In the morning, Pastor Jonathan will be gone.
Also in the morning, Bella lets the chickens out. Bella may be sad about Pastor Jonathan, but she is feeling great about her free-range chickens. Unfortunately, Hex is feeling less great Bella’s free-range chickens, who are now roaming the property unsupervised, pecking at piles of cow manure. “I don’t want to yell at the chickens, ’cause Bella says I have a bad aura,” Hex explains to Red, “but, um, Bella’s an idiot and now they’re gonna run away.” Red agrees that Bella is “crazier than a dadburn fruitcake.”
Having decided upon their business plan — $40 “Utopiyoga” yoga classes this coming Friday — the pioneers are free to celebrate, which they do, with a drag performance by Josh and Mike. This is what happens when Pastor Jonathan leaves: unabashed hedonism, or community theater. It is the first party that has not ended in tears. Perhaps there is hope in the world.
Amanda certainly thinks so. She is “probably just about seven months now,” she tells Dr. Nikki, as they lie in the grass. Dr. Nikki wants to know if she’ll have the baby “in nature.” “NO!” says Amanda. United by the bond of womanhood, they laugh fertile, feminine laughs. Josh joins them. Josh cannot resist such feminine charms. He wants to build a “love shack,” he announces, because he needs a “slump-buster” — something, anything, to bust his sexual slump. He is not alone. “I haven’t even gotten a throb or anything,” Nikki says. “It’s like, dead down there.” Ever civic-minded, Josh offers to help. “Are you trying to say you want to have sex with me?” Nikki asks. “You’re probably the only girl here I would…” Josh trails off. “I think you’re my only option at this point.” Nikki agrees that if she is ever “really horny at some point,” she will let him know. “It’ll happen, too,” nods Josh, sagely.
Before Dr. Nikki and Josh can consummate their love, however, a new-Newtopian arrives to replace Pastor Jonathan. So far, population retention has been an ongoing struggle for the fledgling society. Hex hopes the new-Newtopian is a boy, and when Taylor arrives, it is clear: Hex has gotten her wish. Taylor is more than a boy. Taylor is a Nebraskan construction worker who enjoys cooking, hunting, and cage fighting. He has dreamed about living like a pioneer, he tells the cameras, because he has seen movies about pioneers, and also, sometimes, television shows. He is beautiful. The women of Utopia bask in his Nebraskan glow. The men of Utopia appreciate that he has brought them a side of beef. So far, things are going well for Taylor.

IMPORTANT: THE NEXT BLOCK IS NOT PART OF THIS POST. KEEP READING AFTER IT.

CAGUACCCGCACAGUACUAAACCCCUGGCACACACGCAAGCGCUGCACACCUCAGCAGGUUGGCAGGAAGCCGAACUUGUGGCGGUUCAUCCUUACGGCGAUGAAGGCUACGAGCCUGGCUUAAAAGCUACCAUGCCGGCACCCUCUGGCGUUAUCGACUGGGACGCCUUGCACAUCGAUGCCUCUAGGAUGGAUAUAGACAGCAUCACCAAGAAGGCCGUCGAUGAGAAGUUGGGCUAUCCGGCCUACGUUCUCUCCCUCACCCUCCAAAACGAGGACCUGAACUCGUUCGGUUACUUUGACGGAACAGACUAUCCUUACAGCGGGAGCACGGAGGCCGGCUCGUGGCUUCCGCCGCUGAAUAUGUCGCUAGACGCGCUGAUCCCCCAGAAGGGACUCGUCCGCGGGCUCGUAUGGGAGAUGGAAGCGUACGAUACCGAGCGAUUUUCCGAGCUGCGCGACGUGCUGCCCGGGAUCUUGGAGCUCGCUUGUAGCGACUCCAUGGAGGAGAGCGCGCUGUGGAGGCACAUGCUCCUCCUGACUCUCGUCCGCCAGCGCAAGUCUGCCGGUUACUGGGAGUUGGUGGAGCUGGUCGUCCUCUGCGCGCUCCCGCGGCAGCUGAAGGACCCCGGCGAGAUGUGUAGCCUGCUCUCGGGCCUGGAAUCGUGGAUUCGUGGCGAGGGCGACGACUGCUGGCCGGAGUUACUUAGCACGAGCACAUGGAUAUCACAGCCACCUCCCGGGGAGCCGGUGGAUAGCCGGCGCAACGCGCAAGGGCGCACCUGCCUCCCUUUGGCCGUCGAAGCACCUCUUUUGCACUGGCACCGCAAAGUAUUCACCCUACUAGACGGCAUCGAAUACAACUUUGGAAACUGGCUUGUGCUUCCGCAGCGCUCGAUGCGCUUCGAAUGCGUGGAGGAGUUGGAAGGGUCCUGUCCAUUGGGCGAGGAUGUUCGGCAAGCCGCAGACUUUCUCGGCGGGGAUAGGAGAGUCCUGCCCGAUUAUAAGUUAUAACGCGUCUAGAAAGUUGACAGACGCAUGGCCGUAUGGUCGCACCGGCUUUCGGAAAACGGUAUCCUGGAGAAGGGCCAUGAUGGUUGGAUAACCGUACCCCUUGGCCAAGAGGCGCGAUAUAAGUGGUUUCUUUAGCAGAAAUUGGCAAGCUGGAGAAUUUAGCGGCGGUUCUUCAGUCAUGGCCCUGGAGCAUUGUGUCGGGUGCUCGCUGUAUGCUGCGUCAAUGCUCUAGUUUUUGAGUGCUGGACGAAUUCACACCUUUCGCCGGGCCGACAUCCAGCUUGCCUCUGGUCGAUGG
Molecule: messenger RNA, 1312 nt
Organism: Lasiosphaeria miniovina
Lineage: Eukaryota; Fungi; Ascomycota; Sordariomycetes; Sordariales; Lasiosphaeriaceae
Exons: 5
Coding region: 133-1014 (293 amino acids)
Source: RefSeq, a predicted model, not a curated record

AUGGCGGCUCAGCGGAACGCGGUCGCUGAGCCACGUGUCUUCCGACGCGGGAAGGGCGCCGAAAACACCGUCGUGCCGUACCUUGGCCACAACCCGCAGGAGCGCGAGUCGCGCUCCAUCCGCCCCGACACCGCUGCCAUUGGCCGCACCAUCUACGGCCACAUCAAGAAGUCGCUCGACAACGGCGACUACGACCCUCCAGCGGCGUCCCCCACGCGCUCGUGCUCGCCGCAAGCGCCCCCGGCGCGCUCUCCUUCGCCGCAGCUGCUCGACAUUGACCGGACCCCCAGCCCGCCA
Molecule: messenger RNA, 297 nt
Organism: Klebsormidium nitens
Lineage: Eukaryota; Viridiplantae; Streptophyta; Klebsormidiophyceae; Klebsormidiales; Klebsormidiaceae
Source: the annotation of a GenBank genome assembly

Arguably, they are going even better for Hex.
To celebrate Taylor’s entry into the community, and also because it is Friday and they have advertised it on the posters, the Utopians prepare for their first class of yogis to arrive. Amanda reminds the group to smile. Aaron reminds the group to wear deodorant. “The blowdryer’s available for anybody!” adds Lawyer Mike. Mike loves the blowdryer almost as much as he loves justice. Privately, though, he expresses his doubts to Kristen. “Nobody’s gonna show up,” he mutters. “There’s like, air conditioned studios.”
True, it turns out: When the gates open, there is but a lone yoga customer, Ben. Ben and his roommates are obsessed with Utopia, Ben announces. Ben is excited. Ben cannot believe this is happening. “Is there anyone else?” Nikki asks him. There is no one else. For one-on-one attention like this, $40 seems almost reasonable. “Why are we doing yoga,” Mike wonders aloud. “These bright ideas are dumber than hell,” Red mutters. Ben stretches. For him, a dream has come true here. For the Utopians, today has been a disaster.
Amanda, however, will not be pulled down by the general negativity. In her assessment, “today was definitely a fabulous day,” because they didn’t actively lose any money. The group does not share her opinion. “We need to improve, we need to get better” Josh says, outlining everything that went wrong. Amanda would like to focus on the positive. The positive is that the group now has 40 of Ben’s dollars. “$40! Wooooooooooooooooo!” Amanda cheers, alone, as the lights fade.
Coming next time: Red goes hunting, Chris and Bri break up, Taylor goes swimming, and also there is a close-up of a deer. Utopia just keeps getting better, I think to myself. On the live stream, Amanda is arguing that homosexuality is caused by spirits. I consider upgrading my streaming. For all this, $4.99 seems like a bargain.